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Each week the workers are given home-baked cookies


Construction workers on the Tallahassee Temple of The Church of Jesus Christ of Latter-day Saints, rising on Thomasville Road in northwest Tallahassee, are developing somewhat of a sweet tooth.

Elder and Sister Hales in Visitors' Center

Elder and Sister Hales in Visitors’ Center

Every Wednesday, temple construction missionaries Bruce and Christine Hale distribute cookies to the workers along with a personal note from area members of the Church.

Early in their mission, the Hales sought ways to establish a supportive connection with the construction site workers toiling in the Florida sun. So, acting on a suggestion received during their mission training, they began to provide weekly treats for each worker, along with an individual note of appreciation.

“The first week we gave them Twinkies,” Sister Hale said with a reminiscent chuckle. “Then we started baking cookies. Soon, word got out about what we were doing, and Church members … started baking cookies.”

Stokes Bryan Making Cookies

Stokes Bryan Making Cookies

Sister Hale noted that members outside the Tallahassee Stake and even friends who are not Latter-day Saints have contributed homemade cookies. Now it is an organized effort which ward and branch Church members within the temple district (nine stakes) join by calling the Hales to offer their help.

By Tuesday each week, participants bake, individually wrap, and deliver or mail cookies (with attached thank-you notes) to the Temple Visitors’ Center, a modular building in the parking lot of The Church of Jesus Christ of Latter-day Saints meetinghouse at 2440 Papillion Road. The new temple site is adjacent to the meetinghouse.

“We currently distribute around 100 cookies each Wednesday,” Sister Hale said, “but the totals change as crews come and go … The workers look forward to Wednesdays.”

And not only for the sweet treat, Elder Hale added. “It’s more than just a cookie. To some workers, the notes are special, and they keep them. It really came home to me about two weeks ago. I saw a worker who didn’t get a cookie, and he said, ‘I just want them for the notes.’ I think these notes become very personal to the people.”

This is partly because, Sister Hale pointed out, there is a different note on each cookie each week. Her hus

Notes received to accompany cookies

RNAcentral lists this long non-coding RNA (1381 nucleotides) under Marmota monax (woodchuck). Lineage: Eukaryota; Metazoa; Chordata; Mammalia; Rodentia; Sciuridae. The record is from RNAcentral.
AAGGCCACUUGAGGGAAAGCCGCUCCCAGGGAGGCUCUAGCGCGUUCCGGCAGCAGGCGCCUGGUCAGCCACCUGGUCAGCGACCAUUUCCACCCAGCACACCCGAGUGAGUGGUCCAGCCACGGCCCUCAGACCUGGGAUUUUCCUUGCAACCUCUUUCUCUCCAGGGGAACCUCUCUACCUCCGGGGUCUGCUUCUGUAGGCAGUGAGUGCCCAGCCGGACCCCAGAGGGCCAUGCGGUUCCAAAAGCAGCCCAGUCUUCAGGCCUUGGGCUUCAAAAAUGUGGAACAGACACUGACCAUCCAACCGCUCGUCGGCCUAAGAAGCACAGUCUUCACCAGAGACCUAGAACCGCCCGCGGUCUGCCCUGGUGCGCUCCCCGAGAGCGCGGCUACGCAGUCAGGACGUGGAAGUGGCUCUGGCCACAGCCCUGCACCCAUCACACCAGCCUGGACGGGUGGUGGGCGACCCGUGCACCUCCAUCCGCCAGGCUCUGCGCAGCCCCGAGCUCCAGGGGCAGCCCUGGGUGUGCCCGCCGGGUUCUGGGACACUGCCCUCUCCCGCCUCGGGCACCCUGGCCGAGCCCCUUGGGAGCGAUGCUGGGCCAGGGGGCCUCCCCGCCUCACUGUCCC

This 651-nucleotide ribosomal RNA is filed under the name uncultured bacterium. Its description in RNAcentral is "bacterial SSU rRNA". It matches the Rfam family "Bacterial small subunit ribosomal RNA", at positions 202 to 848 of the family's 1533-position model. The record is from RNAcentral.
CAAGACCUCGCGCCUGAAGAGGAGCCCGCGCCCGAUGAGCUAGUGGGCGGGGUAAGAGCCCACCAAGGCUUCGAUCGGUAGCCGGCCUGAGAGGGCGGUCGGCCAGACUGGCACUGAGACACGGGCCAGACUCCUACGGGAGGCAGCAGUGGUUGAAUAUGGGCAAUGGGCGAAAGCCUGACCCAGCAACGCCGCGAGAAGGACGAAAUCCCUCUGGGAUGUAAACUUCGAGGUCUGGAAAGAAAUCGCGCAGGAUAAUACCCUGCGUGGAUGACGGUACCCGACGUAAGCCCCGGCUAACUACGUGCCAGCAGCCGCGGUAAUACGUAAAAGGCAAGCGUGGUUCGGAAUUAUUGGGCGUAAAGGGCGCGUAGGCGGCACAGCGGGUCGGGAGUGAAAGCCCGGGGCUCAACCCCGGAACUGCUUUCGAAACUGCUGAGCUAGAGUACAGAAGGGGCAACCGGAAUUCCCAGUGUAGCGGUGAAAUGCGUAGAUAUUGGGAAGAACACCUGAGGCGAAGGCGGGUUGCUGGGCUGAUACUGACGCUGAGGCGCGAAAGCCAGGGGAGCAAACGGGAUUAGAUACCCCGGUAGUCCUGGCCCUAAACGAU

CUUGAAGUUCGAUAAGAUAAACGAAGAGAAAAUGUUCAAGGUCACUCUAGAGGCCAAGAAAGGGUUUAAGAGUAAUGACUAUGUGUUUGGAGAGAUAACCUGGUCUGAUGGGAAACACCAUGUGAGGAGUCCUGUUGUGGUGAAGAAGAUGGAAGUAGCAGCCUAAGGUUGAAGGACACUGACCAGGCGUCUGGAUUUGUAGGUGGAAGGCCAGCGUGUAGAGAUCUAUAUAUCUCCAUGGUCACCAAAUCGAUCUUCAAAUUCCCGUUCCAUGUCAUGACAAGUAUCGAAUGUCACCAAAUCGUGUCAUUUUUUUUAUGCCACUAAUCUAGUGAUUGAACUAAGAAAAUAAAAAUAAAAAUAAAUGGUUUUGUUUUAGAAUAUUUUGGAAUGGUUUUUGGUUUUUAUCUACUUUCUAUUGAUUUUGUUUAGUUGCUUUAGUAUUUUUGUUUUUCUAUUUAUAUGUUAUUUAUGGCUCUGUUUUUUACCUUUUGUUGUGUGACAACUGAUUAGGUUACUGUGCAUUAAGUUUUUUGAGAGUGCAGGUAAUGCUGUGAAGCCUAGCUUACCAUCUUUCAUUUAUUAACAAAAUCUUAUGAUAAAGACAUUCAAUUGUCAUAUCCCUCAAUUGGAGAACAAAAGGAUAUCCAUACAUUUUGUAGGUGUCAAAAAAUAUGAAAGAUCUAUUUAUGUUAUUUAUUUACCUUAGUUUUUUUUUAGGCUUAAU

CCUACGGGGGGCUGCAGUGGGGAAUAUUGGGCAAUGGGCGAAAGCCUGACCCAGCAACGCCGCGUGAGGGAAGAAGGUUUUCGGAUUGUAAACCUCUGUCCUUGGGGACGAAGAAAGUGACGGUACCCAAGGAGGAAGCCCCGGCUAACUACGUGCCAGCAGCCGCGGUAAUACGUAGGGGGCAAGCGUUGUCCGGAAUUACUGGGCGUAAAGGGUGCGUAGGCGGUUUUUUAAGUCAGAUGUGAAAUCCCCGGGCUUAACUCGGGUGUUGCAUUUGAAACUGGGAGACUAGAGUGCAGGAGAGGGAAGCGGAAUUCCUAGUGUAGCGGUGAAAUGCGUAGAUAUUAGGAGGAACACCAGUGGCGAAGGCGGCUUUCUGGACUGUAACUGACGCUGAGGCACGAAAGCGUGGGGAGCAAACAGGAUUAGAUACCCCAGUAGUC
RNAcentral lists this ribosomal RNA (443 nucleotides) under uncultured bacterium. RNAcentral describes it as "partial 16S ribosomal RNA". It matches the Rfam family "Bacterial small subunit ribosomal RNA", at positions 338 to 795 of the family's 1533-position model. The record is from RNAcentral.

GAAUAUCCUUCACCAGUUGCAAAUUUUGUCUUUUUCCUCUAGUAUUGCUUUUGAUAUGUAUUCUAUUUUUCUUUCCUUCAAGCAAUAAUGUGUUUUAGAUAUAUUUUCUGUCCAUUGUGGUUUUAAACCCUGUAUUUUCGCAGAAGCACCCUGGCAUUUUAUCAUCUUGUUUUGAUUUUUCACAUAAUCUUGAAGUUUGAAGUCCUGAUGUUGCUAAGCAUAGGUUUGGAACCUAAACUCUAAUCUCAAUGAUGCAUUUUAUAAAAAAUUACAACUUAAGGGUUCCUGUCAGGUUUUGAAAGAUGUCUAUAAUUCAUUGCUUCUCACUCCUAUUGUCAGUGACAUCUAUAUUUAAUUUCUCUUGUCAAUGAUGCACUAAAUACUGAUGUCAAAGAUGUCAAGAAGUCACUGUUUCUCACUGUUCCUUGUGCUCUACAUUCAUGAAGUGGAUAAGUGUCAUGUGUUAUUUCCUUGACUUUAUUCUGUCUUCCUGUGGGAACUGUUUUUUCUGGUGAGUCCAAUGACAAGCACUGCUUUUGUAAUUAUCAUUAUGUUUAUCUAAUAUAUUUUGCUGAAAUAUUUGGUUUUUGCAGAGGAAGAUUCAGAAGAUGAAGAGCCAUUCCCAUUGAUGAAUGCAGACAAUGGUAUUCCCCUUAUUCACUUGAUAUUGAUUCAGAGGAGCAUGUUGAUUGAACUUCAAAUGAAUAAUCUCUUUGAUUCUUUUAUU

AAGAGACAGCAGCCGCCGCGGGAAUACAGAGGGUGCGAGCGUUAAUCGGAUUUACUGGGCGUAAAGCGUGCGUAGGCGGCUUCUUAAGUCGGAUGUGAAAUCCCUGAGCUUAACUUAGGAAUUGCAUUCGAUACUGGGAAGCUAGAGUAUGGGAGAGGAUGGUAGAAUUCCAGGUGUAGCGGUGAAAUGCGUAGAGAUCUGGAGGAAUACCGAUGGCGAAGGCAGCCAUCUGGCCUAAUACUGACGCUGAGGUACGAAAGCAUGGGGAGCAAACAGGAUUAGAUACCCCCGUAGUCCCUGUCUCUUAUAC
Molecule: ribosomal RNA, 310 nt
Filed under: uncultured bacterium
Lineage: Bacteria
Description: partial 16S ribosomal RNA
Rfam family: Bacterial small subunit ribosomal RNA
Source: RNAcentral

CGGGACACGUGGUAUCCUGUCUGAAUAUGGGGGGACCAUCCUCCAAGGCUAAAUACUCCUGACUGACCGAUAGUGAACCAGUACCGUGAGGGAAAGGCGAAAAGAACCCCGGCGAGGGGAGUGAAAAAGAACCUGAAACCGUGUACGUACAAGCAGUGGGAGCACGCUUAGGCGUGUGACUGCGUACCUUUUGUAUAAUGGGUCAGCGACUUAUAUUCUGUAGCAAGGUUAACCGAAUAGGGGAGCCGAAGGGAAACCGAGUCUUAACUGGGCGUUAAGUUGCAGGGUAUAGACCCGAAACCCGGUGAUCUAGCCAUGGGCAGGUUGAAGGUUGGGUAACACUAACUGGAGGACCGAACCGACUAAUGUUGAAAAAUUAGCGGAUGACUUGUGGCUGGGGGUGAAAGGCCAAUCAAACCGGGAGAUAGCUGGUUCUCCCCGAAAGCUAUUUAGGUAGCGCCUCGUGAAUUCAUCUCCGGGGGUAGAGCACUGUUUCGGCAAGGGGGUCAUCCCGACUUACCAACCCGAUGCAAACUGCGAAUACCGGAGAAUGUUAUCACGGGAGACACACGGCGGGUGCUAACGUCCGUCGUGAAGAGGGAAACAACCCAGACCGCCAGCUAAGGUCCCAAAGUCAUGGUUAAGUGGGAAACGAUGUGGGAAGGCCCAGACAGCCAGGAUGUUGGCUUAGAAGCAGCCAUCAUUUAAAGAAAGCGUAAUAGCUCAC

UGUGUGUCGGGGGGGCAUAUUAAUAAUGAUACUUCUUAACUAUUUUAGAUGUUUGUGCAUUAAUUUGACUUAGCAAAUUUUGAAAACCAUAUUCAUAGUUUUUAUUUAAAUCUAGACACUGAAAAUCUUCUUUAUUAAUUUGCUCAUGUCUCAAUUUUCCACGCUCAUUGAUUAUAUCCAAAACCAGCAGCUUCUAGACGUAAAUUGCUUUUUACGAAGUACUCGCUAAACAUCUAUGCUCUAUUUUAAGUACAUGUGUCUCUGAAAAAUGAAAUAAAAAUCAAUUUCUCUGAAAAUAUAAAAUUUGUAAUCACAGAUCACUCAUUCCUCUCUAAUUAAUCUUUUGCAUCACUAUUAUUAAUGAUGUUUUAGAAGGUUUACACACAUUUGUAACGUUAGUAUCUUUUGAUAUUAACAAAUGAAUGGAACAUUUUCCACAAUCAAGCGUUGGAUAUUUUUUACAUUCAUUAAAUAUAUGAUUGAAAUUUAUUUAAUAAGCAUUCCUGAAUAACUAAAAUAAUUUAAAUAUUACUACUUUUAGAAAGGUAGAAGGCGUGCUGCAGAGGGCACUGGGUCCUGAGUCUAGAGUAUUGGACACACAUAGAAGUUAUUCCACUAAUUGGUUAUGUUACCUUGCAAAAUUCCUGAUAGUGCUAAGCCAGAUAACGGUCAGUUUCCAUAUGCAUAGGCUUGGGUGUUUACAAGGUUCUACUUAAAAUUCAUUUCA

Notes received to accompany cookies

band went on to describe a memorable experience with one of the crane operators involving the notes.

“He received his cookie every Wednesday, and he was so gracious and grateful,” Elder Hale recalled. “He took pictures of all the notes and sent them to his social media group of crane operators. He got a surprising number of responses—over 200 in a 24-hour period. He told us that people asked, ‘What kind of job IS this that you get a cookie?’”

But welcome as they are, cookies and notes are not the only means of outreach at this unusual job site.

“The combination of cookie and note is a powerful missionary tool,” Elder Hale said, “but we also have many materials available to workers that will answer their questions.”

The missionary couple have created an inviting atmosphere in the Visitors’ Center, establishing a theme around the Savior and the family.

“On the walls, we have a picture of the Savior,” Elder Hale said, “a copy of ‘The Living Christ,’ and family-history-related things, like pictures of our family displayed with the “Proclamation on the Family.”

Mia Bryan writing notes

Mia Bryan writing notes

They also have weekly optional devotionals, which some workers elect to attend.

“Several people who have come to devotionals have left saying, ‘I needed that,’” Sister Hale noted.

At times, the visitors’ center can be quite busy. “The missionaries teach lessons here, and many Church grou

Lorelei Bryan writing notes

Lorelei Bryan writing notes

ps come,” Elder Hale said.

It is even a destination venue for some, according to Sister Hale, mentioning two different women who wanted a trip to the temple site for their birthday present. “And a couple wanted to celebrate their first anniversary here,” she said.

The Hales’ mission will end when the temple is completed. Meanwhile, they greatly—and gratefully—enjoy nurturing and teaching construction workers.

“It’s our hope,” said Elder Hale, “that, through sharing a cookie, a note, scriptures, videos, and short devotionals, a seed is planted in the hearts of these wonderful people—so their next encounter with the Church will be a very positive one.” 

Anyone in the temple district is welcome to join the cookie-and-note project. For more information on that or the Visitors’ Center, please contact Elder Hale at 801-243-0642.